Women’s Day Special: Celebrating women’s voices around the world on International Women’s DayI

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Circle of Bollywood is wishing, Happy Women’s Day to all the women out there!! Women are the guiding force of our society and they lead the way to our nation’s development. Remembering the unparalleled contributions of women, we express our greetings on International Women’s Day.

If we talk about the history of International Women’s Day, it is celebrated in many countries around the world. It is a day when women are recognized for their achievements without regard to divisions, whether national, ethnic, linguistic, cultural, economic or political. International Women’s Day first emerged from the activities of labour movements at the turn of the twentieth century in North America, across Europe and now all over the world.

The growing international women’s movement, which has been strengthened by four global United Nations women’s conferences, has helped make the commemoration a rallying point to build support for women’s rights and participation in the political and economic arenas. And here we celebrate women’s Day every year on 8th March.

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Talking about the Indian cinema, movies are highly influenced. People connect with actors like God through movies. There are many movies in Indian industry that are women oriented and successful at box office like Queen, English Vinglish, Chak De, Mardaani, Mary Kom, Piku, Neerja, Begum Jaan, Mother India, Dor,  Lipstick Under My Burkha etc.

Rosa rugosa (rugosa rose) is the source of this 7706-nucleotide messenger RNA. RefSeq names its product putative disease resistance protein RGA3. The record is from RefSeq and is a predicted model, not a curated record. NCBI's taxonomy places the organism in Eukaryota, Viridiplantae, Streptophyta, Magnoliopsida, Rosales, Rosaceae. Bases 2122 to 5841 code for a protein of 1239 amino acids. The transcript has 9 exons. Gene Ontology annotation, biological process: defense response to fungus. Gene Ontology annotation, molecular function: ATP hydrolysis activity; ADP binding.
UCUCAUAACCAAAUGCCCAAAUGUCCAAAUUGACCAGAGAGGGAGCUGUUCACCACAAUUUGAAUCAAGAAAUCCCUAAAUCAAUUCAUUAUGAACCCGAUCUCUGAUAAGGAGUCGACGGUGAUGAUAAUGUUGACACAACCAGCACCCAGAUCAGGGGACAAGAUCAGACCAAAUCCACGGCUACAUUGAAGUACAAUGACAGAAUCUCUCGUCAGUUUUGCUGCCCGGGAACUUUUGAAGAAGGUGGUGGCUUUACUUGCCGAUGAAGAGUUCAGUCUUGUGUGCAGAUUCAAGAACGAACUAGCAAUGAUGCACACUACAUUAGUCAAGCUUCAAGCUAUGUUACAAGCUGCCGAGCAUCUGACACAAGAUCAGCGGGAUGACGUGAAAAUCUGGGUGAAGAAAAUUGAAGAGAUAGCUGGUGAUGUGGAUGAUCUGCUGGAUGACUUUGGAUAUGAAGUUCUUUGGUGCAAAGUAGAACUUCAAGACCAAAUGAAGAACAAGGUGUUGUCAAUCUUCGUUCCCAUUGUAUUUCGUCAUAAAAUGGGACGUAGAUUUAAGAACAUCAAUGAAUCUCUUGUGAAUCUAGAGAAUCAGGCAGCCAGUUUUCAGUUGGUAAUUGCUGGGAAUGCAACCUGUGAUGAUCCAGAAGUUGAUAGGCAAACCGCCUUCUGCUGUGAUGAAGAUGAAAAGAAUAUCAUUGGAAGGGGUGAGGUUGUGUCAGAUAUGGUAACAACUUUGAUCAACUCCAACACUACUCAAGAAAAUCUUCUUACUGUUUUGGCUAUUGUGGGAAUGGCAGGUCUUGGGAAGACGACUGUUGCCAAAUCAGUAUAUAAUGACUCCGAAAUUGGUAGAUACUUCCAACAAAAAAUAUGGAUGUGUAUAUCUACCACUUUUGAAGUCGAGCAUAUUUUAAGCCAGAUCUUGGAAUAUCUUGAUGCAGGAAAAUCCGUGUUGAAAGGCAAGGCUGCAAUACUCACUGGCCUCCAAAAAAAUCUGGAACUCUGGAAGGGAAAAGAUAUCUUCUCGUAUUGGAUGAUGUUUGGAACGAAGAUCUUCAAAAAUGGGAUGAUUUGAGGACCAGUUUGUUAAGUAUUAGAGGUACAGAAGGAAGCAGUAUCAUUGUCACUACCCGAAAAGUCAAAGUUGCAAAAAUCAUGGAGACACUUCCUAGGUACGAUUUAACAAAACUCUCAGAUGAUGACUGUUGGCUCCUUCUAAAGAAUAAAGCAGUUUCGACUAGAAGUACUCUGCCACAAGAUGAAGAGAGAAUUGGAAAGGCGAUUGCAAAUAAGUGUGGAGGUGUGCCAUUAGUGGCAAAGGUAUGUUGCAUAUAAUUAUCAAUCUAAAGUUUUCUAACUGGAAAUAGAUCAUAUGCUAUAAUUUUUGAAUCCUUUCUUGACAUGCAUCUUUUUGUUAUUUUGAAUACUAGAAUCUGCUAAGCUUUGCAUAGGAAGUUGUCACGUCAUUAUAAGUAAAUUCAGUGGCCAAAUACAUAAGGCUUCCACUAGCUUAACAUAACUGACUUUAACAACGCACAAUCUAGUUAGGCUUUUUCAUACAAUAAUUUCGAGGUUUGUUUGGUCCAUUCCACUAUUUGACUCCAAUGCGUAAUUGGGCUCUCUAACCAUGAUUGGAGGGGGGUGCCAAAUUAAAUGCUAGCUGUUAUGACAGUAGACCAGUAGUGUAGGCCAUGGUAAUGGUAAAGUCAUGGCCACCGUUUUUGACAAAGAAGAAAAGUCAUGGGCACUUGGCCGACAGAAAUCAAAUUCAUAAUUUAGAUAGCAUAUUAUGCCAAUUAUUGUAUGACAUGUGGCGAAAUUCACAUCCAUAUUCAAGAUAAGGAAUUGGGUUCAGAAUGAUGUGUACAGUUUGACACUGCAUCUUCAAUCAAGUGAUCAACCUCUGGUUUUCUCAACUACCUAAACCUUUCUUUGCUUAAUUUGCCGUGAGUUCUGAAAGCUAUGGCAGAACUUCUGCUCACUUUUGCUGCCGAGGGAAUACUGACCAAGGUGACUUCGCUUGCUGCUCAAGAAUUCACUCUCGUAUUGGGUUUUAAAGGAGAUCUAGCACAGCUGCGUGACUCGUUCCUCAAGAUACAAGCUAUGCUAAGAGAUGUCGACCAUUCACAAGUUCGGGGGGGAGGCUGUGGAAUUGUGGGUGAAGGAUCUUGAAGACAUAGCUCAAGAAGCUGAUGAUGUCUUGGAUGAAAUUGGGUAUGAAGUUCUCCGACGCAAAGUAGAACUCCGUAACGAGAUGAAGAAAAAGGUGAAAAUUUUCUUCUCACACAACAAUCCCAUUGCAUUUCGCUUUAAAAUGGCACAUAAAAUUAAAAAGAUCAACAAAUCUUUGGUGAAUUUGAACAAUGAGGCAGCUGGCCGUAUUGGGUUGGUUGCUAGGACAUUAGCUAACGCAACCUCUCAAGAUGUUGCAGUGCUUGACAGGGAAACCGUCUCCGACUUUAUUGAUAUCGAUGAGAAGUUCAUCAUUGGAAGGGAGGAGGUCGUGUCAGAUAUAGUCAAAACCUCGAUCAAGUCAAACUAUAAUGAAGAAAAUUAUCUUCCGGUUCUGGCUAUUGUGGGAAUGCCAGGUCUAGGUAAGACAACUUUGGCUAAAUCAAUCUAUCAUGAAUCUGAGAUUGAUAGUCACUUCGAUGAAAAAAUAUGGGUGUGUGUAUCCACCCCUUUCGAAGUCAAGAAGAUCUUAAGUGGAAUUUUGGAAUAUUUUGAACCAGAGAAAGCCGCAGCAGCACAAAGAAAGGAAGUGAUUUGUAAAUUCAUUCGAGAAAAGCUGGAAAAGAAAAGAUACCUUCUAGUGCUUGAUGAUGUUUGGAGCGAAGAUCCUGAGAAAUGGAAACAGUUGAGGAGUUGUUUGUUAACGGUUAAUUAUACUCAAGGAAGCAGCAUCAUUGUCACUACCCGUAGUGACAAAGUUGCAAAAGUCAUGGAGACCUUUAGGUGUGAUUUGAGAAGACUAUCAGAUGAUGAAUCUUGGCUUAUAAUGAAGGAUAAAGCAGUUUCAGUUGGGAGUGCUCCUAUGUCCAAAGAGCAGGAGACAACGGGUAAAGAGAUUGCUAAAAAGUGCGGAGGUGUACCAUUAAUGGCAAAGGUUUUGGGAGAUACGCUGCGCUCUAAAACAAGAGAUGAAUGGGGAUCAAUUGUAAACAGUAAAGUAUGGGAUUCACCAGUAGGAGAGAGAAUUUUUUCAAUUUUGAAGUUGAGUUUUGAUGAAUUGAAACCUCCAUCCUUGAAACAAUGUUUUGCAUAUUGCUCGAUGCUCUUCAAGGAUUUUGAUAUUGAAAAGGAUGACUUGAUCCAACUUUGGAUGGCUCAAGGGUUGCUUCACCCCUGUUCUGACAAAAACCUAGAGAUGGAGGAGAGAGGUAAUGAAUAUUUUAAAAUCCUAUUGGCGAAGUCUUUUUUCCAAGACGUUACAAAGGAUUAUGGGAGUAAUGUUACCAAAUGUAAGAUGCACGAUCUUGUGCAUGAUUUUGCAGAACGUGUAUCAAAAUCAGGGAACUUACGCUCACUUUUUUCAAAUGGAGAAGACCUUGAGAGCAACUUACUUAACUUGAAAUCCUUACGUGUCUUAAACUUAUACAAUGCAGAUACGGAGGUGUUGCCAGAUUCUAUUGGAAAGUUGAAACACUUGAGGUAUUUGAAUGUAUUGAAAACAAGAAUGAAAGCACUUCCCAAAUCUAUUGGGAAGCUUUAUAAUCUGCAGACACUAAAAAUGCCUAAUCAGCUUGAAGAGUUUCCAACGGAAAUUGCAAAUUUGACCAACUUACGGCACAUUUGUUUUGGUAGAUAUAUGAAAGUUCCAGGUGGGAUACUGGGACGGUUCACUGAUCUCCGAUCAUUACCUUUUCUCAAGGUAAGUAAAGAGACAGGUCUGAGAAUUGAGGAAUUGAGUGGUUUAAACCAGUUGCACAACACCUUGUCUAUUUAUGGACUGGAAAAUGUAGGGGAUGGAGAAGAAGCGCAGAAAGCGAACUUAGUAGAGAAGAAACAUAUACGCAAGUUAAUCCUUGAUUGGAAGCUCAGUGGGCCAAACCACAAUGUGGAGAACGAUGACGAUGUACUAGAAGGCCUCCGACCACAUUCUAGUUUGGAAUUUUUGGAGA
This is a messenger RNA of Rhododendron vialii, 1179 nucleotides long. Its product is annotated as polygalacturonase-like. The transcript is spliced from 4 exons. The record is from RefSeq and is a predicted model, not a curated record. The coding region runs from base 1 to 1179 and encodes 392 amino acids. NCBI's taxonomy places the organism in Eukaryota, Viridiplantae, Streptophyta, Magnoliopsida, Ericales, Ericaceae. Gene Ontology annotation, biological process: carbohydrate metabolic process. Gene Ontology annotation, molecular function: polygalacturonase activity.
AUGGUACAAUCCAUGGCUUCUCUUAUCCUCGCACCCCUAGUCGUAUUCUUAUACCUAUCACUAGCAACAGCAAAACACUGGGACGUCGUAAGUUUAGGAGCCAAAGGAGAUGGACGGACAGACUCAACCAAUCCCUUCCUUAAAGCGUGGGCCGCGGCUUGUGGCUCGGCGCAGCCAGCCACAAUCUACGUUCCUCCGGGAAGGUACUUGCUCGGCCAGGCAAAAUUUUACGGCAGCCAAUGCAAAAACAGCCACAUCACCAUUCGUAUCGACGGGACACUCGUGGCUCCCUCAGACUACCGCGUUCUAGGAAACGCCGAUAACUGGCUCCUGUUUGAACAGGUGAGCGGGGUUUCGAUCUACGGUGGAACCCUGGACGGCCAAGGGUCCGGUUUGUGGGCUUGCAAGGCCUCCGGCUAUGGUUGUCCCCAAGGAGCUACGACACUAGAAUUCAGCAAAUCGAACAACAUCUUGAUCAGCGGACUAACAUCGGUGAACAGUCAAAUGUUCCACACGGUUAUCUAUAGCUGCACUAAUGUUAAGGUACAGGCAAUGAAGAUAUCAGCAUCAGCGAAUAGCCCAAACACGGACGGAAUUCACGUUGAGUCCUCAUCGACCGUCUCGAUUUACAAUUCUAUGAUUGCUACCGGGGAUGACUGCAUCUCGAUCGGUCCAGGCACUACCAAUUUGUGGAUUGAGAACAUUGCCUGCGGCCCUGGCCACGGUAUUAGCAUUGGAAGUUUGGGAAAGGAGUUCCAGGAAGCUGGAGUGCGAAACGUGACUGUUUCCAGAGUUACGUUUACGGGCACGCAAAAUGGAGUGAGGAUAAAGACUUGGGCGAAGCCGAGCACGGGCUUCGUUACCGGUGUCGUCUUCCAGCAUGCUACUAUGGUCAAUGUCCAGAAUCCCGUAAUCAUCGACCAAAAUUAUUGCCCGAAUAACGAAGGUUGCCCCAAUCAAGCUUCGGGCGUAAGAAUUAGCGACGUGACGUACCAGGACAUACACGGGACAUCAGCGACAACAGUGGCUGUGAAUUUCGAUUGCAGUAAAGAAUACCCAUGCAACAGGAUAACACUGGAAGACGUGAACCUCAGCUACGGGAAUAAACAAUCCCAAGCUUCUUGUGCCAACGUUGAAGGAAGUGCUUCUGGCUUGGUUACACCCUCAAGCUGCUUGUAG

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We all remember the recent controversy on movie Lipstick Under My Burkha. When Pahlaj Nihalani called Lipstick Under My Burkha too ‘lady oriented’ at the time of its release, he was probably right. Because this Alankrita Shrivastava film could actually be the most woman-oriented film Bollywood has ever seen. But why that irked the then CBFC chief even in the slightest completely evades logic.

There is no doubting the fact that Shrivastava does something utterly unusual with Lipstick Under My Burkha — she finds some massively compelling stories in the most mundane lives of four women in Bhopal. More so, in the secret double lives that these women lead retaliating against the regressive patriarchy of the society. It is in this rebellious world that they can be their real selves, that they can be Rosies. While it means earning a living for one, it means acknowledging one’s sexual desires or not wearing a burkha for another. It means living life with their own terms.